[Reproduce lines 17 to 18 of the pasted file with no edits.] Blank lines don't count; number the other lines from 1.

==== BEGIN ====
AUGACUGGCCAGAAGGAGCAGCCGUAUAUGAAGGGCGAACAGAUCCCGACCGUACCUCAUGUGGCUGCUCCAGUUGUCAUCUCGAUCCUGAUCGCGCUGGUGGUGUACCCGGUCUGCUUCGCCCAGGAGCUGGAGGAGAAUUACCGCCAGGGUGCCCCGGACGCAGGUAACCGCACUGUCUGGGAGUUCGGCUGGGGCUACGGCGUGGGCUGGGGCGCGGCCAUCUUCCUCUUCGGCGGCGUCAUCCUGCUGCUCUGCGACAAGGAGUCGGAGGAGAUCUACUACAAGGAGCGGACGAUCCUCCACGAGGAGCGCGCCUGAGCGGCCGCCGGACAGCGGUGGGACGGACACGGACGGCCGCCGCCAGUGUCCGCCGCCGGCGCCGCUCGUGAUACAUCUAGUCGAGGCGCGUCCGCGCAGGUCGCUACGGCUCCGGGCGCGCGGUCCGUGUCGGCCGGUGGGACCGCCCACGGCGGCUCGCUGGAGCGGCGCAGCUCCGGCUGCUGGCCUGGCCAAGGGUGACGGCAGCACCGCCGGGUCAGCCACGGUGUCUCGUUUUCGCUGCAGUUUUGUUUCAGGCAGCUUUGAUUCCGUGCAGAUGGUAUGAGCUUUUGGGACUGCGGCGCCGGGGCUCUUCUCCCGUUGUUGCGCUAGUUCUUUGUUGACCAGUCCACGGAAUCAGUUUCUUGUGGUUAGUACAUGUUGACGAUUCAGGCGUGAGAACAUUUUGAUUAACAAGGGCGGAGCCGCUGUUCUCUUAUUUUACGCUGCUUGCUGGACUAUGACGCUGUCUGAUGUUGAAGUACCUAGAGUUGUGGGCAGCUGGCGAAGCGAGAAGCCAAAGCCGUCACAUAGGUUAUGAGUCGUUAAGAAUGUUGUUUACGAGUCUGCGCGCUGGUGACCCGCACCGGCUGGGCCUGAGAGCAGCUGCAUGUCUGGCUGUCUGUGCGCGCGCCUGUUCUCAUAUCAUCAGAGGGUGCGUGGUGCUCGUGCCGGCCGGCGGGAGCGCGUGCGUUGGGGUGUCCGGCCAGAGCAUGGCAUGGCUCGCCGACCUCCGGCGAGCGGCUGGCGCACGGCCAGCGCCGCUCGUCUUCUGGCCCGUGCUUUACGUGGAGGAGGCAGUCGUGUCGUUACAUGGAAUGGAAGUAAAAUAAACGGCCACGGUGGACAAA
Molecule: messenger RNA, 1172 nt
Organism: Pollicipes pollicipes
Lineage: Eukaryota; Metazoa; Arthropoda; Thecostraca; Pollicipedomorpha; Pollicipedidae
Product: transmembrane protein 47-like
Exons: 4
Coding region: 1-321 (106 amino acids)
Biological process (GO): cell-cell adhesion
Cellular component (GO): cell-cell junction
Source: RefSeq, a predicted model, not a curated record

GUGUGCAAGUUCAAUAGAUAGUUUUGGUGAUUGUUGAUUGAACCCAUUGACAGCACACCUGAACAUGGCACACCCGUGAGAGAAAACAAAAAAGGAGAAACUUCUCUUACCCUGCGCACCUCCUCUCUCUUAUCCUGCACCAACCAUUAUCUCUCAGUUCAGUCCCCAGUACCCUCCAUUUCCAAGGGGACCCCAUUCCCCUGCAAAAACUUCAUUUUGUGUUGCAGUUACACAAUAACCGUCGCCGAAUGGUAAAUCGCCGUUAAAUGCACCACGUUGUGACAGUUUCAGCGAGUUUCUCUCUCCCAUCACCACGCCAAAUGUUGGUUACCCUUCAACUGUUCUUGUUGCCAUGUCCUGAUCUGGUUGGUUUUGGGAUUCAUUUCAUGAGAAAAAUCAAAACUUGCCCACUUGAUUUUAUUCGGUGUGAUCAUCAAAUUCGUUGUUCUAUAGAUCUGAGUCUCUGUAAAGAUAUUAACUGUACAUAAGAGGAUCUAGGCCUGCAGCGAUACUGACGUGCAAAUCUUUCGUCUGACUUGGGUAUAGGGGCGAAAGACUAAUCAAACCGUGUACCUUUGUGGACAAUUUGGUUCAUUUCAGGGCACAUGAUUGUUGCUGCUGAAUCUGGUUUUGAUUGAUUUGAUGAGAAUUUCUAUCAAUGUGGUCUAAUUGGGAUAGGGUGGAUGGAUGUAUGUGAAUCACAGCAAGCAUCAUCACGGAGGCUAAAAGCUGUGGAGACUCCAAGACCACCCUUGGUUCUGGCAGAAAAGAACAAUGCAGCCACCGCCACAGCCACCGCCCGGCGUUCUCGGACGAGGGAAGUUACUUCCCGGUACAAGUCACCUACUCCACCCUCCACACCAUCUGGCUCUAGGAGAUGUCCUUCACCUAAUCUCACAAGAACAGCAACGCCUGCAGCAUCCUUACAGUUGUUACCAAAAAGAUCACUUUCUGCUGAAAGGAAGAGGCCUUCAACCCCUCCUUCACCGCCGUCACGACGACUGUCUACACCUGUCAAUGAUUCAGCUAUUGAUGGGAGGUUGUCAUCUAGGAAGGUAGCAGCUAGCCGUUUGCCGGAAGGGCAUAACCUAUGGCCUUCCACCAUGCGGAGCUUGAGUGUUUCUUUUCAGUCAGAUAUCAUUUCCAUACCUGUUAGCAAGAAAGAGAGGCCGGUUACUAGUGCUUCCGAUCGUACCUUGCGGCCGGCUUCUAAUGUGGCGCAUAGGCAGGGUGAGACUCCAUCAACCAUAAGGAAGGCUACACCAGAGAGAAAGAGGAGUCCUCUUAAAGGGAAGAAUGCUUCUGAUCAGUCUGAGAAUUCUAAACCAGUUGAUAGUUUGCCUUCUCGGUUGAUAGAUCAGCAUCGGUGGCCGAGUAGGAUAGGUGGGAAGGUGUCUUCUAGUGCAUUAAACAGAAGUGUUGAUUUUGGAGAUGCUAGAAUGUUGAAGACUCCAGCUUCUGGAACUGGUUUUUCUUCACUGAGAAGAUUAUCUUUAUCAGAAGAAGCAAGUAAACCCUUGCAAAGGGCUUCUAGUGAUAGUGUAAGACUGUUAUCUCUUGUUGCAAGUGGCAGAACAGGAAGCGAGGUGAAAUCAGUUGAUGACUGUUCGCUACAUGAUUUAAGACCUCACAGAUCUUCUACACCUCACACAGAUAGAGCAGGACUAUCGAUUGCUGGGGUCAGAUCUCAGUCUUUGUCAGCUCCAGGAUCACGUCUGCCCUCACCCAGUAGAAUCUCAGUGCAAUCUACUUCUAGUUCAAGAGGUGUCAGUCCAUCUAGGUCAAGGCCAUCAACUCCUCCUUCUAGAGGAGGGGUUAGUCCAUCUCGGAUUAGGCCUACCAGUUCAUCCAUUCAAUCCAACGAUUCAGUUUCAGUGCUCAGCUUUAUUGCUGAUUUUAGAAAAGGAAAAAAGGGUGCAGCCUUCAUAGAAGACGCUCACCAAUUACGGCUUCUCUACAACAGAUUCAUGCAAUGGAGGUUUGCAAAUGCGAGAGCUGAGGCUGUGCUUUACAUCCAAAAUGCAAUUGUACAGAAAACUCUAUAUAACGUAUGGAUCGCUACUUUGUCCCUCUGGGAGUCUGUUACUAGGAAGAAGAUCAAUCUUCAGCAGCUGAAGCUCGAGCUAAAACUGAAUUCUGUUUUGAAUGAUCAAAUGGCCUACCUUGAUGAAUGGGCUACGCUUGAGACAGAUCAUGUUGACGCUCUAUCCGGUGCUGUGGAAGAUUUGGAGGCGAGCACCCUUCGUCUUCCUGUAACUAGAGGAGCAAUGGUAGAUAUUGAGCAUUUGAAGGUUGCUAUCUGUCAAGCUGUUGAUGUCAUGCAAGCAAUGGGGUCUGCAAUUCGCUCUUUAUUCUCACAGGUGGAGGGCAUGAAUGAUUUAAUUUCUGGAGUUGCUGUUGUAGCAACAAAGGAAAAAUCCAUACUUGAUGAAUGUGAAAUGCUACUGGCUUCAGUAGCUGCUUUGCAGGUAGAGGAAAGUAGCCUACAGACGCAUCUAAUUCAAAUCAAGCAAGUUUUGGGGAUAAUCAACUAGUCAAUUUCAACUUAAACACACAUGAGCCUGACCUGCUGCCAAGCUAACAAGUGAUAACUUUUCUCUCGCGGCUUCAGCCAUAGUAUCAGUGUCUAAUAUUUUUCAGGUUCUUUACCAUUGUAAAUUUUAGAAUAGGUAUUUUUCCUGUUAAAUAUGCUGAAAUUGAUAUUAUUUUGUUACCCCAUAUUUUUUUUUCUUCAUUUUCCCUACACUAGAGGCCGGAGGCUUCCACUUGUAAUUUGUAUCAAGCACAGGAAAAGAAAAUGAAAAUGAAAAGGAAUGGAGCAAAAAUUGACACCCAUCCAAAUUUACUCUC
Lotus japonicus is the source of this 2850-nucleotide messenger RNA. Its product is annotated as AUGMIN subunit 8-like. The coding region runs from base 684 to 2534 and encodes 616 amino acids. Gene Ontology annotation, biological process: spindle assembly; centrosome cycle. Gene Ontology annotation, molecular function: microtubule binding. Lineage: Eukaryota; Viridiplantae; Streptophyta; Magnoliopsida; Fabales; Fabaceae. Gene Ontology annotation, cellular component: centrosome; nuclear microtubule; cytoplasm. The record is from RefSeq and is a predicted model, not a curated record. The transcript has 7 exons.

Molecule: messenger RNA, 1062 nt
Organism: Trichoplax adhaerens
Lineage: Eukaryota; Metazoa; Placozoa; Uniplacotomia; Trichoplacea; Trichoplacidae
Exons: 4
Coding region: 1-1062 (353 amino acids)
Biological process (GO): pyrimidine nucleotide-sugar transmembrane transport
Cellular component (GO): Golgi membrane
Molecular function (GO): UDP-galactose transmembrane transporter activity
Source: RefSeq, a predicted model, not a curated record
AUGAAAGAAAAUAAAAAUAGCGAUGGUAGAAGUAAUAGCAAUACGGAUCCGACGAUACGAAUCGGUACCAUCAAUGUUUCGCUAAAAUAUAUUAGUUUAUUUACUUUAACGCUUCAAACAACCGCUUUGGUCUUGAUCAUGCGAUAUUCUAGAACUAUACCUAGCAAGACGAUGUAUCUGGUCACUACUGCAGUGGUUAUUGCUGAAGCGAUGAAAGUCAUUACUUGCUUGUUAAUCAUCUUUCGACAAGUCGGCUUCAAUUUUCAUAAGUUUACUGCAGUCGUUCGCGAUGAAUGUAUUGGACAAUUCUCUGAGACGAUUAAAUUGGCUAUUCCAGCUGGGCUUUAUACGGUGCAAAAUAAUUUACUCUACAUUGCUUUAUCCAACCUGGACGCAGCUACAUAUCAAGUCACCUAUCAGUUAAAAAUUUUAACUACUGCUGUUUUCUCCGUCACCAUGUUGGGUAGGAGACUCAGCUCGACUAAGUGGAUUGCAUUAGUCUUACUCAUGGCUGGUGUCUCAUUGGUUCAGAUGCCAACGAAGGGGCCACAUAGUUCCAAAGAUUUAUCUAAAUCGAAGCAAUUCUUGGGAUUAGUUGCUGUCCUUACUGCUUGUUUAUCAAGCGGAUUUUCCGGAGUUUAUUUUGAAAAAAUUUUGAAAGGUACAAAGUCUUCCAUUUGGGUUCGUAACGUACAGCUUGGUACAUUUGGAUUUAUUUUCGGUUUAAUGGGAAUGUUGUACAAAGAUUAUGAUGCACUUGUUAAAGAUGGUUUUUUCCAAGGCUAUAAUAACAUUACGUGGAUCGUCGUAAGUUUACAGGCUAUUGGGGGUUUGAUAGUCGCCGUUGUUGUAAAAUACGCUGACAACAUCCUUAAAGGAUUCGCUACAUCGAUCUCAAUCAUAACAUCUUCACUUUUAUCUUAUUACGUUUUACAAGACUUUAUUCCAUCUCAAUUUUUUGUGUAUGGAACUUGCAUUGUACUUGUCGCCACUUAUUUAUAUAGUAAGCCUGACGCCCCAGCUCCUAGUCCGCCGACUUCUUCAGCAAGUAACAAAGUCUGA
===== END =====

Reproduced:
Coding region: 1-1062 (353 amino acids)
Biological process (GO): pyrimidine nucleotide-sugar transmembrane transport